Facing a loss of most of its revenue during the tourism shutdown, the National Parks Trust is working to find solutions to keep its staff employed, including encouraging employees to use their vacation time during lockdowns. Above, a man records an exercise video in Queen Elizabeth II park. (File Photo: JOEY WALDINGER)

Following media reports of a letter to National Parks Trust employees stating that they will not be paid during any further lockdowns this year, NPT Director Dr. Cassander Titley-O’Neal issued a response last Thursday, clarifying what she called “misinformation” and stating that the trust is trying as hard as possible to keep its staff paid.

“I want to assure the public that the trust and the board are doing everything in their power to safeguard the lives and livelihoods of its employees and our 22 parks for the people of this country now and for future generations,” Dr. Titley-O’Neal stated.

As a possible workaround, she said the NPT is suggesting that employees use their vacation days or paid time off during any future lockdowns.

The letter to NPT employees, which was published by 284 Media on Aug. 25, stated that the trust was working to ensure that its staff were exempted from restrictions under the next curfew order.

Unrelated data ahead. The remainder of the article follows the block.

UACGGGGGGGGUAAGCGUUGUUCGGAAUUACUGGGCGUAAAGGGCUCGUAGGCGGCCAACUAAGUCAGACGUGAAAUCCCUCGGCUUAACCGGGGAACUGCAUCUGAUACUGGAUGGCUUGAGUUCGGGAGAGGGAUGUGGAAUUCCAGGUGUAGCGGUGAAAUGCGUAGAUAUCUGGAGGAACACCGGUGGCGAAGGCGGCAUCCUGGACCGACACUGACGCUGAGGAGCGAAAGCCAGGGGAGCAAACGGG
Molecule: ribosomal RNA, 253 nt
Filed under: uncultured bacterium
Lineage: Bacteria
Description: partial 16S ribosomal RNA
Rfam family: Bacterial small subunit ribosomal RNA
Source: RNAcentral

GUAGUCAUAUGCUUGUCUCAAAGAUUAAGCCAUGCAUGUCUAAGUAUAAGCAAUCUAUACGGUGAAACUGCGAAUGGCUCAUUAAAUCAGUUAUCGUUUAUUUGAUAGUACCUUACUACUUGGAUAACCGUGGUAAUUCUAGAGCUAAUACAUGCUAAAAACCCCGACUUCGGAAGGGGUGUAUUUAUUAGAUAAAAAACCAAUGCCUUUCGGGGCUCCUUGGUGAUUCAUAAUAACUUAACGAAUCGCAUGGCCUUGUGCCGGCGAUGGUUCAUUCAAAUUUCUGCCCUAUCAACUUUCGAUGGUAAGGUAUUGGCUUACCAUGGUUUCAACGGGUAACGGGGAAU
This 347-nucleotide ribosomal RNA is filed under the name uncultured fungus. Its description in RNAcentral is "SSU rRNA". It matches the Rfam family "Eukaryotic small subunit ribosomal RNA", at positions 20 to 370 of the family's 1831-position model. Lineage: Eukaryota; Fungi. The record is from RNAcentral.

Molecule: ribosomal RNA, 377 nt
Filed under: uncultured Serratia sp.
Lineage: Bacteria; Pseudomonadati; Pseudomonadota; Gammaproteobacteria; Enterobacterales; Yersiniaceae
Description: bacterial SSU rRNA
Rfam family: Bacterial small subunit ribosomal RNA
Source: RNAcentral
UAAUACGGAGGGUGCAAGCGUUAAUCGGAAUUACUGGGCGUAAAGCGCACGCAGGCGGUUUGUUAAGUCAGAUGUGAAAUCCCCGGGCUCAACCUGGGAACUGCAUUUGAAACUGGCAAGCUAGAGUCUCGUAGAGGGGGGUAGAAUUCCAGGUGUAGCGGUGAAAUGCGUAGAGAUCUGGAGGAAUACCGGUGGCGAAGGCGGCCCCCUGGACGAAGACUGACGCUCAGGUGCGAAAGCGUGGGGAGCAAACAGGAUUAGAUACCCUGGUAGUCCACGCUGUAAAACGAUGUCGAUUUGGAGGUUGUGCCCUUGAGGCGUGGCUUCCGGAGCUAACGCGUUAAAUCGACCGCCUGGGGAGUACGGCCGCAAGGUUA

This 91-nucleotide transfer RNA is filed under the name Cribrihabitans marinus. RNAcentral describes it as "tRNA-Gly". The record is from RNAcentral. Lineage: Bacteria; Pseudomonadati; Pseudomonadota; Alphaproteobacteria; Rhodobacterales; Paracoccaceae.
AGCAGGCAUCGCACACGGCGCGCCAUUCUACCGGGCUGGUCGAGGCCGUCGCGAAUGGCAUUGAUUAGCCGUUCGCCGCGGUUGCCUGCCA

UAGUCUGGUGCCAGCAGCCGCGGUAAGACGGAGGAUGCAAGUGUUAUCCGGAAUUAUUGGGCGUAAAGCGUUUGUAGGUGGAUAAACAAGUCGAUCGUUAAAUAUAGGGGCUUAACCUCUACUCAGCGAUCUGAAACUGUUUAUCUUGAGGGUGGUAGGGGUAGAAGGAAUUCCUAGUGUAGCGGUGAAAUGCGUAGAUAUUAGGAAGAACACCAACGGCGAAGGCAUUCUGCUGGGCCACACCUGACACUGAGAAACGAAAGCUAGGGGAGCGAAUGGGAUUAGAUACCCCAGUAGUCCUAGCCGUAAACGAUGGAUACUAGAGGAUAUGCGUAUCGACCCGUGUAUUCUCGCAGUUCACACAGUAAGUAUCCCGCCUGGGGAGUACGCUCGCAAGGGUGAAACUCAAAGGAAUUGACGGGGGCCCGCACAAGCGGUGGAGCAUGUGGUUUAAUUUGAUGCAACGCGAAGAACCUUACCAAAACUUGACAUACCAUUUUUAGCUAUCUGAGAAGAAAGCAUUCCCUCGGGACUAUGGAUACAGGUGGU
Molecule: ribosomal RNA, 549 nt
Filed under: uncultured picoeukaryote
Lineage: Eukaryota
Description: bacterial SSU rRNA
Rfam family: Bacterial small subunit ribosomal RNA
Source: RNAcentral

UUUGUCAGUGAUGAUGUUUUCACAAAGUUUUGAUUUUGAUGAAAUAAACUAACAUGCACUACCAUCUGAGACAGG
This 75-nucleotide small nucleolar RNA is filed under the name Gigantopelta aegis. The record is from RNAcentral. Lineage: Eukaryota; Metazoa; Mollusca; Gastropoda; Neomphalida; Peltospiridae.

But the agency was not successful: It was not included on the list of essential services in the curfew order that took effect on Aug. 26, Dr. Titley-O’Neal stated.

The most recent curfew order Gazetted on Tuesday also does not name the NPT as an essential service provider.

Dr. Titley-O’Neal did not comment on the veracity of the letter published by 284 Media.

The NPT is funded almost entirely by taxes and fees paid by tourists, and with this revenue stream cut off due to the border restrictions, it currently faces a $450,000 shortfall and may be forced to temporarily shutter its parks and lay off the 25 employees who maintain them, Dr. Titley-O’Neal said in an Aug. 25 interview.

Already the trust has had to scale down its operations and has temporarily closed several parks, including Gorda Peak, Shark Bay, and the children’s playground at Queen Elizabeth II Park, she said.

“We depend on tourists,” she explained on Aug. 25, adding, “When you don’t have tourists, … you don’t have the funds coming into the country, which has brought our finances to a screeching halt.”

Dr. Titley-O’Neal did not immediately respond to questions about whether or not more parks have been closed or any staff have been laid off.


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